The Social Experience of Digital Reality Use

By David Hoberman

Screen Shot 2019-03-12 at 12.14.01 PM       
            There have been breathless articles written about how virtual or augmented reality is going to change everything for decades. Virtual Reality (VR) hardware (often glasses or goggles) allow the user to interact with a computer-generated immersive environment, where Augmented Reality (AR) devices overlay information onto the world without the processing power requirements of virtual reality. Costs are down, bandwidth is up, but it’s 2019, and with few exceptions, what Adam Draper of Boost VC calls “digital reality” remains a technology in search of a killer app.

       So far, the biggest in-roads have been made in the entertainment, aeronautics, and training industries. Two better-known examples are Niantic’s Pokemon Go, and the F-35 fighter pilot helmet with a Heads Up Displays (HUD) integrates video from six cameras around the jet airframe. Various analysts have highlighted trends toward ruggedized hardware better able to withstand use in tough environments, increased 5G bandwidth, and slowly decreasing the cost of products, but one element has largely escaped discussion. That is the social environment of digital reality use, one very particular aspect of the context of use. The fate of Google Glass is one of the most vivid cautionary tales for overlooking this element of the user experience. Doesn't anyone remember Glassholes?

      Google Glass launched in 2013 in a limited release beta, was discontinued as a consumer product two years later after Glass wearers faced a powerful social backlash.  Beyond the buggy interface, beta status, and murky functionality, the appearance of the product, which looked more at home in a lab than on the streets sent all the wrong messages. Glass wearers were widely mocked for looking as stylish and self-important as somebody wearing a Bluetooth earpiece around the office (see Urban Dictionary entry bluedouche). Like the Bluetooth earpiece wearers, Glass wearers also acquired their own epithet glasshole.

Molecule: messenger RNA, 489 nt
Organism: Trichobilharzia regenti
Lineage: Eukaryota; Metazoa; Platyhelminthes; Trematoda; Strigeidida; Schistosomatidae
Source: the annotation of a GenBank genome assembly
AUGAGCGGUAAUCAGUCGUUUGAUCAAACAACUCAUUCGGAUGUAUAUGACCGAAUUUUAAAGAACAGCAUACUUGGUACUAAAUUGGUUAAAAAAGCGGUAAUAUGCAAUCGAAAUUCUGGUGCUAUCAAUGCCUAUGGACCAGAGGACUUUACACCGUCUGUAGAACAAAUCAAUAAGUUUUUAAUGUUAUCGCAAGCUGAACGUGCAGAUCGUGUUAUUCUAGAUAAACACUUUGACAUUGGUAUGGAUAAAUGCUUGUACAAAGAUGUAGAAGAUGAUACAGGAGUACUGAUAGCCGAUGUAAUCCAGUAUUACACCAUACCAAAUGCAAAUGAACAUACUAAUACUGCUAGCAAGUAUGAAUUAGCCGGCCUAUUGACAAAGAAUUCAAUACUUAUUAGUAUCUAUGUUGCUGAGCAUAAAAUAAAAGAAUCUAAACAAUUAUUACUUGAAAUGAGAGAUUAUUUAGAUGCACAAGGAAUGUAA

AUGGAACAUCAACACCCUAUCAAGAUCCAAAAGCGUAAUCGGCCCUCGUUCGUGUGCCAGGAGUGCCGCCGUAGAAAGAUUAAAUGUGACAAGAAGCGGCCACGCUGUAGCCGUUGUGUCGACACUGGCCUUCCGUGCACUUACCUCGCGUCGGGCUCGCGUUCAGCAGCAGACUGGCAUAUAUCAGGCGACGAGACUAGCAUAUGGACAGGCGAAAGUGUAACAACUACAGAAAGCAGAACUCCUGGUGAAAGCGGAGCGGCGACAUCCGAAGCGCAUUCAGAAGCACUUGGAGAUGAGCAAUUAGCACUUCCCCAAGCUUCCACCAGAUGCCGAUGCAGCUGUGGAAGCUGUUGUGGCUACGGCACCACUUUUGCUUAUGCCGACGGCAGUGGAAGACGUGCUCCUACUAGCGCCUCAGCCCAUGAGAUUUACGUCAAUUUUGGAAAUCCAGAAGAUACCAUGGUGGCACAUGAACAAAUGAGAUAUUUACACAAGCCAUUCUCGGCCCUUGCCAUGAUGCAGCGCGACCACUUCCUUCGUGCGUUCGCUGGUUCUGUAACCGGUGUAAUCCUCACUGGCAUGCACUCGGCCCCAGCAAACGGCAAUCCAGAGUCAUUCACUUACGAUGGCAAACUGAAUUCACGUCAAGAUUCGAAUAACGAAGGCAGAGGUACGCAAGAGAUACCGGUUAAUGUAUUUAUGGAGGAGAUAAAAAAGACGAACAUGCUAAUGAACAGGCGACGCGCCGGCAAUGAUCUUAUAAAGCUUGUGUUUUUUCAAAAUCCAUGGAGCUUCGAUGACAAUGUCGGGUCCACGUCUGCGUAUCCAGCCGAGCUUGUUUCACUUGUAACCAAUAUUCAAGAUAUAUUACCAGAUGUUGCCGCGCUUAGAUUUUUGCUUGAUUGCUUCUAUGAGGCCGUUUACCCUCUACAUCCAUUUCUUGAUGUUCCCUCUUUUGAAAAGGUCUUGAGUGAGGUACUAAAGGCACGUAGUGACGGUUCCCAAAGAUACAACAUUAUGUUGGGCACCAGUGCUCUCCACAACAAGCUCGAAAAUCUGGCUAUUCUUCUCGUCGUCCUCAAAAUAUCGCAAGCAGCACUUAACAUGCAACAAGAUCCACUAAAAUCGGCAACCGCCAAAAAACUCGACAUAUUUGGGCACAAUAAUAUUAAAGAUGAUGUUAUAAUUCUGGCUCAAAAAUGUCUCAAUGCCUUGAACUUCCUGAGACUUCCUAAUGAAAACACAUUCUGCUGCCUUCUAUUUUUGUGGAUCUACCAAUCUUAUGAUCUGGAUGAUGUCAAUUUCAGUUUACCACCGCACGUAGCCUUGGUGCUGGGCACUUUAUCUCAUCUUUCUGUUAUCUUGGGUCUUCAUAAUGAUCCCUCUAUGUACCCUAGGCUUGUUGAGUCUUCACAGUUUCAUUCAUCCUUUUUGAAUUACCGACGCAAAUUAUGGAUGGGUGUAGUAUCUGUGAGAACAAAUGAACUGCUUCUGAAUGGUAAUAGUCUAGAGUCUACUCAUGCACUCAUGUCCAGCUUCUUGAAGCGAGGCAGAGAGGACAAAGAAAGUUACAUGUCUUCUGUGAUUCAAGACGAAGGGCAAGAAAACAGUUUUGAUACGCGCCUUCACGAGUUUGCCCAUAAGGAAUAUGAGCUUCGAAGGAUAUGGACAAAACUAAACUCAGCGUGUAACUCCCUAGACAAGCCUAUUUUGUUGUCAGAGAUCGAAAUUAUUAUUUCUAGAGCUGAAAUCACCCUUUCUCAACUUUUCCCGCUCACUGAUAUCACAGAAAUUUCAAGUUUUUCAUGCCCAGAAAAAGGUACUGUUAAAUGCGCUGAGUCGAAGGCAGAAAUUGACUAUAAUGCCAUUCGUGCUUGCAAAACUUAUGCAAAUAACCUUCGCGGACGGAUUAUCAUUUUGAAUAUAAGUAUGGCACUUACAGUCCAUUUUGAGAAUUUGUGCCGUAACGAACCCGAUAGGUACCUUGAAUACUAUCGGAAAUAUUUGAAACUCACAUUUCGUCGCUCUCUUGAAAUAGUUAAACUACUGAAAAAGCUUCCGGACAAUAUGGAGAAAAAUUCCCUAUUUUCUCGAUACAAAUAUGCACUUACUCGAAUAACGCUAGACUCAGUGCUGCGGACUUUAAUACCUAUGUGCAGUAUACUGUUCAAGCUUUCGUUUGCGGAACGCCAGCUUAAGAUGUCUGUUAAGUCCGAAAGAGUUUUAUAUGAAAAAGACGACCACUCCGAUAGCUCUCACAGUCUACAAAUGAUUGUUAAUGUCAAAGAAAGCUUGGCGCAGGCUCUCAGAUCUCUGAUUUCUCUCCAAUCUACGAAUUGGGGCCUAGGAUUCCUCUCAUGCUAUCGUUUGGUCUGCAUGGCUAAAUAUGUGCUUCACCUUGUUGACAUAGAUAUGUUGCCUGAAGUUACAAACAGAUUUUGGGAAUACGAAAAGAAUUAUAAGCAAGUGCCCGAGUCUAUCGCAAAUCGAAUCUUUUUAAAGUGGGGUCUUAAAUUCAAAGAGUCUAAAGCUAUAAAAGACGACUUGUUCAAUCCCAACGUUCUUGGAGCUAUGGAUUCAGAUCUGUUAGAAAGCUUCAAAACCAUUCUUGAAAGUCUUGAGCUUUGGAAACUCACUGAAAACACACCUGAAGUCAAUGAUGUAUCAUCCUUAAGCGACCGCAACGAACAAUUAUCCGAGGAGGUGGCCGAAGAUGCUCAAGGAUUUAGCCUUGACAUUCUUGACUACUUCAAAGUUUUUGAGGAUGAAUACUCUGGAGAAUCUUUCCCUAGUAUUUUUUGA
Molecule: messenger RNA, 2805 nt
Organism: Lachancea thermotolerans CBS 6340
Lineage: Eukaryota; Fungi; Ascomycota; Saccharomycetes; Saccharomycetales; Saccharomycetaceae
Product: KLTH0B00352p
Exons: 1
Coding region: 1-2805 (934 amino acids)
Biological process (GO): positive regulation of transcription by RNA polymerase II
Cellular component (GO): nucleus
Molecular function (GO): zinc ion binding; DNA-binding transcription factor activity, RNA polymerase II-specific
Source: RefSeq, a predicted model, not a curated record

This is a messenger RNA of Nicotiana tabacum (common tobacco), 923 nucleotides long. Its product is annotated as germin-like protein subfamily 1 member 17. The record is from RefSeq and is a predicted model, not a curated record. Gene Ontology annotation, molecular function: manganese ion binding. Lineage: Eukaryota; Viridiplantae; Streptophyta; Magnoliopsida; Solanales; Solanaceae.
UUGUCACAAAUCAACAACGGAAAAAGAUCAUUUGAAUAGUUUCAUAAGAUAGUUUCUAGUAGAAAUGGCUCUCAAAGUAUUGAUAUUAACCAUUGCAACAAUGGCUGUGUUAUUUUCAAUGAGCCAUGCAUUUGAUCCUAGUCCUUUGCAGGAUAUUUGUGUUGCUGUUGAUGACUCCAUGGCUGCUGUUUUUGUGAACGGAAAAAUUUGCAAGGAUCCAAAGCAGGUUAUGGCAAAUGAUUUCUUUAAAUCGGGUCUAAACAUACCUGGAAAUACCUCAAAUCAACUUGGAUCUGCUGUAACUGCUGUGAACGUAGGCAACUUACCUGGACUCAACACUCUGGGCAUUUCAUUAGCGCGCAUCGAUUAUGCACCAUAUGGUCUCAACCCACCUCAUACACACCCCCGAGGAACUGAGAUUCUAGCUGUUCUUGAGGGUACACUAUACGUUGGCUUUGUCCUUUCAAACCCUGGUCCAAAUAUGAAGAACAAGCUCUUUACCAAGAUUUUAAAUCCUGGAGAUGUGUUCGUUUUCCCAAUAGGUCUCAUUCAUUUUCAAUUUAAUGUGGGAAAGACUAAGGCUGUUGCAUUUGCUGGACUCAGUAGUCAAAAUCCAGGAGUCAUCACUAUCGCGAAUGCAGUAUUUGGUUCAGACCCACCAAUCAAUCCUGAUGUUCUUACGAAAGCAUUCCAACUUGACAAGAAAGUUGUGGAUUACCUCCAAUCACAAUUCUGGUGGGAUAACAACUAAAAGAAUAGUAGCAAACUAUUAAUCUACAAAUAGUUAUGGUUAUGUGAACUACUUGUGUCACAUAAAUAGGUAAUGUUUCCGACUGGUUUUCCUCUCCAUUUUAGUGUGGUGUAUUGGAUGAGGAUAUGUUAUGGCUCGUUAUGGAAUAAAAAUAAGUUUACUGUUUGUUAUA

The ease of taking pictures or recording without people’s knowledge caused a visceral negative public reaction leading to their ban from some restaurants, and in some cases, assault. It felt invasive and creepy in a way that a cell phone or camera did not.  Mat Honan, a tech journalist, recounted for Wired in 2013 his failure to convince his wife to let him record their child’s birth with Google Glass:

      "It was the form factor of the camera that irked her. It was the way Glass looked. It might let me remain in the moment, but my wife worried it would take her out of it, that its mere presence would be distracting because it's so goddamn weird-looking."

Screen Shot 2019-03-08 at 11.13.38 AM      While Glass inspired a particularly intense reaction, it’s hardly alone.  Nintendo’s recent release of the new Labo VR Kit included VR goggles built into cardboard constructs. The reaction on the Twittersphere was roundly derisive. I’ll leave it as an exercise for the curious to google ‘labo come look at this duck.’

    The comprehensive user -experience must include the social context of use, not only the physical use environment. How well (or poorly) does the product fit into those social environments? Different use environments can have different social expectations and norms which shape how a product and its features (and hence the user) might be perceived. The form factor of a device (goggles, glasses, etc.) matters not only for ease-of-use but how it changes the user’s appearance.  Something that might look fine in a lab might not be well-received at a cocktail party.

       A product’s features matter, not only for what they allow the user to do but how those capabilities mesh with or clash with current social norms in their environment. Particularly in an age of heightened awareness of the casual attitude of many tech companies towards privacy, understanding fears and concerns raised by features that enable recording, photographing or information-gathering is pivotal for assessing risk and making design decisions to ensure a positively received product. Part of creating a successful product is understanding not only the experience of someone using the device in a particular setting but how that use might affect other people’s perception of the wearer.

 

READ MORE: Setting Up a VR-UX Testing LabAR, Art and Snapchat, When to Use ZeroUI: A Researcher's Perspective, Biometrical Authorization and the Future

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